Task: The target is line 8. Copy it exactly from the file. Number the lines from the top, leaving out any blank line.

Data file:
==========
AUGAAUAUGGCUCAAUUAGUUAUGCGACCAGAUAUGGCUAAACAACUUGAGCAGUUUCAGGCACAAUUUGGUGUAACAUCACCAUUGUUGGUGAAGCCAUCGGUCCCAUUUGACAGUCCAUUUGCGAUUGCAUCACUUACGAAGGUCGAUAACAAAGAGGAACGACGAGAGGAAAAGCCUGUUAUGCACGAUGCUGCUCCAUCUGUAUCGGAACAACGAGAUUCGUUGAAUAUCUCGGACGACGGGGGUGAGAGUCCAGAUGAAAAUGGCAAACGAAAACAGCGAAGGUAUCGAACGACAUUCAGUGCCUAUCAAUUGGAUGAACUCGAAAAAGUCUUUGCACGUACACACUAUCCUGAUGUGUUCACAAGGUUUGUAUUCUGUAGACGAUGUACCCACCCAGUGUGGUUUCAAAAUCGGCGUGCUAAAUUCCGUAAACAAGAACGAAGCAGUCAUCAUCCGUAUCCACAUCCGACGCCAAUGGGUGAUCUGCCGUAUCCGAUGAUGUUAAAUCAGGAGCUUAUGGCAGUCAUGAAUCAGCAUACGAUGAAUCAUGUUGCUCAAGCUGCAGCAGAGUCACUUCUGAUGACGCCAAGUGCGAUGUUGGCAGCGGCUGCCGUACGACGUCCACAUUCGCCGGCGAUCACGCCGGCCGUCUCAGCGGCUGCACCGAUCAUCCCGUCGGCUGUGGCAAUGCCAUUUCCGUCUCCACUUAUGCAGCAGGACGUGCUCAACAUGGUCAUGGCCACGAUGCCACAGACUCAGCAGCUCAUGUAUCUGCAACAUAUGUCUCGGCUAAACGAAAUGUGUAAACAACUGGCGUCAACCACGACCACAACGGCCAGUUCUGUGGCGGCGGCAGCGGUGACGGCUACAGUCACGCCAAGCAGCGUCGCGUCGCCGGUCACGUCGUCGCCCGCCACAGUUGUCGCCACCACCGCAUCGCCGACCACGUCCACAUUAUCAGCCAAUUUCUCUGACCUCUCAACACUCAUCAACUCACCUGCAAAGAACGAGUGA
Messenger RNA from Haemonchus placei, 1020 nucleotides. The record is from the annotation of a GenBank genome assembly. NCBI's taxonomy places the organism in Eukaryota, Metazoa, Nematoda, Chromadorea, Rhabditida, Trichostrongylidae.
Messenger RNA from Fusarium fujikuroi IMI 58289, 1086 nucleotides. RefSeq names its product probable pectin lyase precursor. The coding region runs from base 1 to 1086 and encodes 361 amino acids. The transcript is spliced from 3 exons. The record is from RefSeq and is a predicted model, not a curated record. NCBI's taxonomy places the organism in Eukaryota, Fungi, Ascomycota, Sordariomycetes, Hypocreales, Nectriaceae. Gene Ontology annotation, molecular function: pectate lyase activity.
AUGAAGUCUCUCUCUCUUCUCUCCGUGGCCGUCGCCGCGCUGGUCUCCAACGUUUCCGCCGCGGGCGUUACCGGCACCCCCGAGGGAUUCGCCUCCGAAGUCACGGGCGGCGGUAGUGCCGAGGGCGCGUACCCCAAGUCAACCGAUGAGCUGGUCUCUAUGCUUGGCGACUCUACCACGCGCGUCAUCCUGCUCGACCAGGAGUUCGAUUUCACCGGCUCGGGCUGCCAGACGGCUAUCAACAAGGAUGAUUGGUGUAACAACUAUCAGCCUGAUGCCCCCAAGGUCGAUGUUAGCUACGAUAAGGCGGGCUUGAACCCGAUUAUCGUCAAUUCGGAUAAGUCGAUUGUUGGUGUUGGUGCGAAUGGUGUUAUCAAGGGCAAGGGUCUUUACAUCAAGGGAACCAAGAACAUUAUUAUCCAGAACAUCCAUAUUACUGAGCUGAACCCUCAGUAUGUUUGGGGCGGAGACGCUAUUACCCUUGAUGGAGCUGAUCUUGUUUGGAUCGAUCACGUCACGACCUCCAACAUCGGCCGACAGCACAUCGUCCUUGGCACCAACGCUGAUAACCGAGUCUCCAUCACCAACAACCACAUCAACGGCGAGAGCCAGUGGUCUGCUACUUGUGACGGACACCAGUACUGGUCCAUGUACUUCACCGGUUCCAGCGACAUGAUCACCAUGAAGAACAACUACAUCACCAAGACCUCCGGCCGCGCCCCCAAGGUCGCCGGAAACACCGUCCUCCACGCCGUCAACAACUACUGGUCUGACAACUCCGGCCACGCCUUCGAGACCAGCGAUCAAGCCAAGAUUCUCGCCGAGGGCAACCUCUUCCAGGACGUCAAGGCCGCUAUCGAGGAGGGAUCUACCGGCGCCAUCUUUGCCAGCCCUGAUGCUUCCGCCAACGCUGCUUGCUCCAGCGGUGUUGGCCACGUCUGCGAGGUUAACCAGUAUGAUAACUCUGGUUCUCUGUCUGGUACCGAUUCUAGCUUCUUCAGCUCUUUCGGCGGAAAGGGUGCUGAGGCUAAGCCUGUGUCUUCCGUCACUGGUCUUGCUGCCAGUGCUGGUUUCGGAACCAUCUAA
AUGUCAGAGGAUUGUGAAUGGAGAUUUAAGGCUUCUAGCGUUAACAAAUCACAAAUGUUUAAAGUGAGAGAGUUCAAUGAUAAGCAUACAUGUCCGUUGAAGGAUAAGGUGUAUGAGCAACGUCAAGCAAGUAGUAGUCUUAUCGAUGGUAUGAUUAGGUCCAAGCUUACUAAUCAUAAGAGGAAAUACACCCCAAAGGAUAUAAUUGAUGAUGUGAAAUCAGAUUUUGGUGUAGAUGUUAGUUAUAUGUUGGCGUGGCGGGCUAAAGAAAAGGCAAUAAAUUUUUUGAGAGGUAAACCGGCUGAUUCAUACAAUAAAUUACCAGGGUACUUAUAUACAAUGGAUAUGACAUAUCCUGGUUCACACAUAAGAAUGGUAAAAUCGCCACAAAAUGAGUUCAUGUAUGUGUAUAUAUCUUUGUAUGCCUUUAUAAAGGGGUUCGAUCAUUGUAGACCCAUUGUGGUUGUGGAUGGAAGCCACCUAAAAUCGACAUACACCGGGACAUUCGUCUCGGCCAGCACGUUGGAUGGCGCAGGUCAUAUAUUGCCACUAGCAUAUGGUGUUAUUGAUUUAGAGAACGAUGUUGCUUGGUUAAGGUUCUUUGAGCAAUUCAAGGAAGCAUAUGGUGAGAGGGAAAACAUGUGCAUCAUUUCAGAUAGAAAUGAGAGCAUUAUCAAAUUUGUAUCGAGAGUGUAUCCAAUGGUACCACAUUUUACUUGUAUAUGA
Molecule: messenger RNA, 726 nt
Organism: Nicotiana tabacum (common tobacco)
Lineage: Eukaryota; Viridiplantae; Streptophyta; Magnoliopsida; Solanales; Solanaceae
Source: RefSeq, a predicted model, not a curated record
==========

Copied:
Lineage: Eukaryota; Viridiplantae; Streptophyta; Magnoliopsida; Solanales; Solanaceae